Home > The Invisible Husband of Frick Island

The Invisible Husband of Frick Island
Author: Colleen Oakley



Chapter 1



The Storm

   At first, when Piper scanned the docks and didn’t see the familiar rickety white-pine-and-fir fisherman’s trawler, she thought nothing of it. Tom, like most Chesapeake Bay watermen, tried to beat the sun’s rays onto the water every morning during crab season, squeezing in every minute of the government-allotted eight hours of crabbing per day. That put him back in the harbor just after lunch most afternoons, with plenty of time for his onshore duties—icing his catch, checking his floats, tending to the boat. But inevitably some mornings there was a delay—a net needing mending, the buy boat running late. On those days, Tom’s deadrise would come puffing into the harbor later than the others, when the sun was halfway down the other side of the sky. But whether it was two, three, or four in the afternoon, it didn’t much matter. Time on Frick Island had always been more of a theoretical concept measured in jiffies or awhiles or later ons.

   Still, even though there was no telling on any given day when Tom would return, every afternoon when the Blue Point market closed at three, Piper flew through her closing responsibilities moving the packaged deli meats, cheeses, and any unsold fresh crab cakes from the display cooler to the back refrigerator, mopping the cracked linoleum floors, hanging up her apron on the hook in the office, and slipping her card in the punch time clock (even though she had never seen Mr. Garrison so much as look at them)—and rushed over to the docks.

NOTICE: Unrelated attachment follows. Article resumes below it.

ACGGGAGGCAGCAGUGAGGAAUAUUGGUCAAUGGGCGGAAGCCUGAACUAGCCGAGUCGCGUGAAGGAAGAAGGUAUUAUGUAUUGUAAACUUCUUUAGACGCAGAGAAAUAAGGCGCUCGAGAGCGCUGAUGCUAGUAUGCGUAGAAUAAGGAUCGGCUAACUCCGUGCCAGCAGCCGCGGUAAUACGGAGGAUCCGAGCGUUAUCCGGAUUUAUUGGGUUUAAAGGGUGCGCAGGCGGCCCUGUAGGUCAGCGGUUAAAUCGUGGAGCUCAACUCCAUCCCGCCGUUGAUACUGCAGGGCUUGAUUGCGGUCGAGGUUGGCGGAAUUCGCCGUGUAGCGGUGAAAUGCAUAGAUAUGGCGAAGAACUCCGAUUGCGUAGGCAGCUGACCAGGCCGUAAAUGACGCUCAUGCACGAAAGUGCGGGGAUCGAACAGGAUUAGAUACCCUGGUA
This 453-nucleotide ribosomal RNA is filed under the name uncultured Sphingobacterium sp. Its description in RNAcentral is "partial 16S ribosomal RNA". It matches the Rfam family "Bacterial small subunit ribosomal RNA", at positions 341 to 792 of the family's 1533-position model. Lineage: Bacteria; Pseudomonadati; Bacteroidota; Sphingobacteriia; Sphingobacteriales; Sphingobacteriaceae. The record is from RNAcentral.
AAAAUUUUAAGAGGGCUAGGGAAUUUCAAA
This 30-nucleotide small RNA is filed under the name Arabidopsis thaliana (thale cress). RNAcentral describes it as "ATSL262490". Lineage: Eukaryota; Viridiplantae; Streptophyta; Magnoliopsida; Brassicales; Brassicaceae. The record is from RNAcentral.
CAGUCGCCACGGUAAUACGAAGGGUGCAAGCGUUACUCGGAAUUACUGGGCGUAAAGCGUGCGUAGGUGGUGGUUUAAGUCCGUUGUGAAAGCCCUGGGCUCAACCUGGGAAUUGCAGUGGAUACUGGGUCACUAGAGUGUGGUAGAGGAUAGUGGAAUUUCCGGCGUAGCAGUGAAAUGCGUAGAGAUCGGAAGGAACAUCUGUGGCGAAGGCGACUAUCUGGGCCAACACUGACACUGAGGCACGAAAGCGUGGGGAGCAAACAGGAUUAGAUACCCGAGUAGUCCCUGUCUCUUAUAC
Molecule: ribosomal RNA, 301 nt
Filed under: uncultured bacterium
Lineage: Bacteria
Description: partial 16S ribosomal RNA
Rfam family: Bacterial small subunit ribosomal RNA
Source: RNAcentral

Most days Tom was already there, helping tie off boats or diagnosing an outboard engine problem or simply standing around with other watermen, grumbling about the day’s haul or the sharp drop in the market price of oysters.

   And sometimes, on those days, the breath would catch in Piper’s throat. And she’d stop and stare at him for a beat in wide wonder that of all the places in the world, God had found it fitting to put Tom Parrish on the same tiny spit of land that she, too, inhabited. And even more miraculous, that though he could have had his pick of mainland girls at the high school they once ferried over to before the sun woke every weekday, Tom chose her.

   Fire. That was what Piper remembered when she thought of those early days on the ferry with Tom. There was a heat to those mornings, even in the dead of winter, when they could see their breath float out into the cold air in great big puffs, as if they were exhaling cigarette smoke. She’d never forget the way the clouds would suddenly blush pink at the first kiss of sunlight and how her face followed suit whenever she caught Tom looking at her. Or the way when Tom, two years her senior, first sat next to her on the boat when there were at least ten other empty spots he could have chosen, and his thigh burned so hot against hers, even through their jeans, that it warmed her entire body from the inside out. And she thought she might die from the sheer pleasure of it.

   And she’d been dying a thousand tiny pleasurable deaths every day, ever since. Like the first time he clumsily kissed her, behind his dad’s crab shack sophomore year, catching just the corner of her mouth and a few locks of her hair. And the second time, a week later, when he didn’t miss at all. Or when he would leave notes for her in the pocket of her jacket, tucked in schoolbooks, or affixed to the outside corner of her bedroom window, and she wouldn’t find them until hours later, running her thumb over the tiny block letters of his handwriting, her heart fit to burst. Or when, just a year earlier, they had been lying in the bottom of the very boat she was now scanning the horizon for, and—looking at the moon—he had whispered the words she realized she’d been waiting to hear from him since she was fourteen: We should get married.